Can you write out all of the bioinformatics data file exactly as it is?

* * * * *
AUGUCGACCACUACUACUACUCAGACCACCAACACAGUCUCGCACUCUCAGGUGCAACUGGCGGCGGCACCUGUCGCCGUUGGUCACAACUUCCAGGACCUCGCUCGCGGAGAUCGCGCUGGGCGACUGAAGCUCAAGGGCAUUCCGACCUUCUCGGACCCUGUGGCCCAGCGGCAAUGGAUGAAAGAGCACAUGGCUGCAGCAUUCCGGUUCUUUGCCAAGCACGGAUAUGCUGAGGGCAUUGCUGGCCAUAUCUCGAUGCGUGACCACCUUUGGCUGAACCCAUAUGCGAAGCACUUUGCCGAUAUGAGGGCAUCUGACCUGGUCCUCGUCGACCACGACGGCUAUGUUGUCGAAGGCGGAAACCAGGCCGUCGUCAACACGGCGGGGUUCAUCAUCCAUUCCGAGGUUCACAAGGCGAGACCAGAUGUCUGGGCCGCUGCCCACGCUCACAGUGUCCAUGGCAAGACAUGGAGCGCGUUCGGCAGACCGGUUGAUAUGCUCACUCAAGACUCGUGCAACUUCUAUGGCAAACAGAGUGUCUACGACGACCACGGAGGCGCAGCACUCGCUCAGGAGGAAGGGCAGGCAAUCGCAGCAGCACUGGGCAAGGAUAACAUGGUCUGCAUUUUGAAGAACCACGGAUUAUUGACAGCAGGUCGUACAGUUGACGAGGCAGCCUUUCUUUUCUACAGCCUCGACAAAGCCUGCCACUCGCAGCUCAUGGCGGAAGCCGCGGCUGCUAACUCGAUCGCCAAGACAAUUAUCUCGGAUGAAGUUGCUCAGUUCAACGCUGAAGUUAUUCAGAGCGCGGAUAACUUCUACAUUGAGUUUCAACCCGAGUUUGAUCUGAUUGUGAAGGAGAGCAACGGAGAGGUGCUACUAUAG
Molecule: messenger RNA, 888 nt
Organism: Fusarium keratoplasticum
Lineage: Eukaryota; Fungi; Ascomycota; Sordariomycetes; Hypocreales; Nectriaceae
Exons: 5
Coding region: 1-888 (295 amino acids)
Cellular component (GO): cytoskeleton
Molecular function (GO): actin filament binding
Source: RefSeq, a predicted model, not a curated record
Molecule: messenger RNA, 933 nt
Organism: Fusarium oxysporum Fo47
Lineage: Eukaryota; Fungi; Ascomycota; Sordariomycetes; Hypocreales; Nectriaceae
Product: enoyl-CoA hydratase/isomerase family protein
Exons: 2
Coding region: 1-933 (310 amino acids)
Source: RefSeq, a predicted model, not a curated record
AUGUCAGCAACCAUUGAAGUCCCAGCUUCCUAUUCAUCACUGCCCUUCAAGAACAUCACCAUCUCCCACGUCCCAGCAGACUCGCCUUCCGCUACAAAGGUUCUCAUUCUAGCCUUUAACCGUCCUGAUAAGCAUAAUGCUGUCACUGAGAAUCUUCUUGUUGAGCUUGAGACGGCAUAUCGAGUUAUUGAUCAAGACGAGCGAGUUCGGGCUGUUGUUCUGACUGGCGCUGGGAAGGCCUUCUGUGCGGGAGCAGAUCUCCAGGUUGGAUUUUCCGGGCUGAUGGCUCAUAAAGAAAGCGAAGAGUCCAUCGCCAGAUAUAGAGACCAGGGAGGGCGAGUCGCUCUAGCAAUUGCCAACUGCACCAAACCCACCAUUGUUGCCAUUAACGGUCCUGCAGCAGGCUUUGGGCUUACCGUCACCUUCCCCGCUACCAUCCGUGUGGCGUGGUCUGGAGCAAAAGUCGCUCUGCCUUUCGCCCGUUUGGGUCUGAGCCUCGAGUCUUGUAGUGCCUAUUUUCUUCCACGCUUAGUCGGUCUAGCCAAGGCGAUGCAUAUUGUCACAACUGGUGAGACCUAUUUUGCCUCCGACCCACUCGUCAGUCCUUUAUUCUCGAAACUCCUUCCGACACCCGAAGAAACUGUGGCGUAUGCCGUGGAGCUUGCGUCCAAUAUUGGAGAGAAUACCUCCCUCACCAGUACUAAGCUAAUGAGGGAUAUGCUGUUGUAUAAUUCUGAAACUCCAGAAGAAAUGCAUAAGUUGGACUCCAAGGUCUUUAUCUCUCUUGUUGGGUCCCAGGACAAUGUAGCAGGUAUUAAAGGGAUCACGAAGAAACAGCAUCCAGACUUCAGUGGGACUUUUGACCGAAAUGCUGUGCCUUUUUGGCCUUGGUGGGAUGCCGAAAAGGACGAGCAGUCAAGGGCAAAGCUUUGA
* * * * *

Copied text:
AUGUCGACCACUACUACUACUCAGACCACCAACACAGUCUCGCACUCUCAGGUGCAACUGGCGGCGGCACCUGUCGCCGUUGGUCACAACUUCCAGGACCUCGCUCGCGGAGAUCGCGCUGGGCGACUGAAGCUCAAGGGCAUUCCGACCUUCUCGGACCCUGUGGCCCAGCGGCAAUGGAUGAAAGAGCACAUGGCUGCAGCAUUCCGGUUCUUUGCCAAGCACGGAUAUGCUGAGGGCAUUGCUGGCCAUAUCUCGAUGCGUGACCACCUUUGGCUGAACCCAUAUGCGAAGCACUUUGCCGAUAUGAGGGCAUCUGACCUGGUCCUCGUCGACCACGACGGCUAUGUUGUCGAAGGCGGAAACCAGGCCGUCGUCAACACGGCGGGGUUCAUCAUCCAUUCCGAGGUUCACAAGGCGAGACCAGAUGUCUGGGCCGCUGCCCACGCUCACAGUGUCCAUGGCAAGACAUGGAGCGCGUUCGGCAGACCGGUUGAUAUGCUCACUCAAGACUCGUGCAACUUCUAUGGCAAACAGAGUGUCUACGACGACCACGGAGGCGCAGCACUCGCUCAGGAGGAAGGGCAGGCAAUCGCAGCAGCACUGGGCAAGGAUAACAUGGUCUGCAUUUUGAAGAACCACGGAUUAUUGACAGCAGGUCGUACAGUUGACGAGGCAGCCUUUCUUUUCUACAGCCUCGACAAAGCCUGCCACUCGCAGCUCAUGGCGGAAGCCGCGGCUGCUAACUCGAUCGCCAAGACAAUUAUCUCGGAUGAAGUUGCUCAGUUCAACGCUGAAGUUAUUCAGAGCGCGGAUAACUUCUACAUUGAGUUUCAACCCGAGUUUGAUCUGAUUGUGAAGGAGAGCAACGGAGAGGUGCUACUAUAG
Molecule: messenger RNA, 888 nt
Organism: Fusarium keratoplasticum
Lineage: Eukaryota; Fungi; Ascomycota; Sordariomycetes; Hypocreales; Nectriaceae
Exons: 5
Coding region: 1-888 (295 amino acids)
Cellular component (GO): cytoskeleton
Molecular function (GO): actin filament binding
Source: RefSeq, a predicted model, not a curated record
Molecule: messenger RNA, 933 nt
Organism: Fusarium oxysporum Fo47
Lineage: Eukaryota; Fungi; Ascomycota; Sordariomycetes; Hypocreales; Nectriaceae
Product: enoyl-CoA hydratase/isomerase family protein
Exons: 2
Coding region: 1-933 (310 amino acids)
Source: RefSeq, a predicted model, not a curated record
AUGUCAGCAACCAUUGAAGUCCCAGCUUCCUAUUCAUCACUGCCCUUCAAGAACAUCACCAUCUCCCACGUCCCAGCAGACUCGCCUUCCGCUACAAAGGUUCUCAUUCUAGCCUUUAACCGUCCUGAUAAGCAUAAUGCUGUCACUGAGAAUCUUCUUGUUGAGCUUGAGACGGCAUAUCGAGUUAUUGAUCAAGACGAGCGAGUUCGGGCUGUUGUUCUGACUGGCGCUGGGAAGGCCUUCUGUGCGGGAGCAGAUCUCCAGGUUGGAUUUUCCGGGCUGAUGGCUCAUAAAGAAAGCGAAGAGUCCAUCGCCAGAUAUAGAGACCAGGGAGGGCGAGUCGCUCUAGCAAUUGCCAACUGCACCAAACCCACCAUUGUUGCCAUUAACGGUCCUGCAGCAGGCUUUGGGCUUACCGUCACCUUCCCCGCUACCAUCCGUGUGGCGUGGUCUGGAGCAAAAGUCGCUCUGCCUUUCGCCCGUUUGGGUCUGAGCCUCGAGUCUUGUAGUGCCUAUUUUCUUCCACGCUUAGUCGGUCUAGCCAAGGCGAUGCAUAUUGUCACAACUGGUGAGACCUAUUUUGCCUCCGACCCACUCGUCAGUCCUUUAUUCUCGAAACUCCUUCCGACACCCGAAGAAACUGUGGCGUAUGCCGUGGAGCUUGCGUCCAAUAUUGGAGAGAAUACCUCCCUCACCAGUACUAAGCUAAUGAGGGAUAUGCUGUUGUAUAAUUCUGAAACUCCAGAAGAAAUGCAUAAGUUGGACUCCAAGGUCUUUAUCUCUCUUGUUGGGUCCCAGGACAAUGUAGCAGGUAUUAAAGGGAUCACGAAGAAACAGCAUCCAGACUUCAGUGGGACUUUUGACCGAAAUGCUGUGCCUUUUUGGCCUUGGUGGGAUGCCGAAAAGGACGAGCAGUCAAGGGCAAAGCUUUGA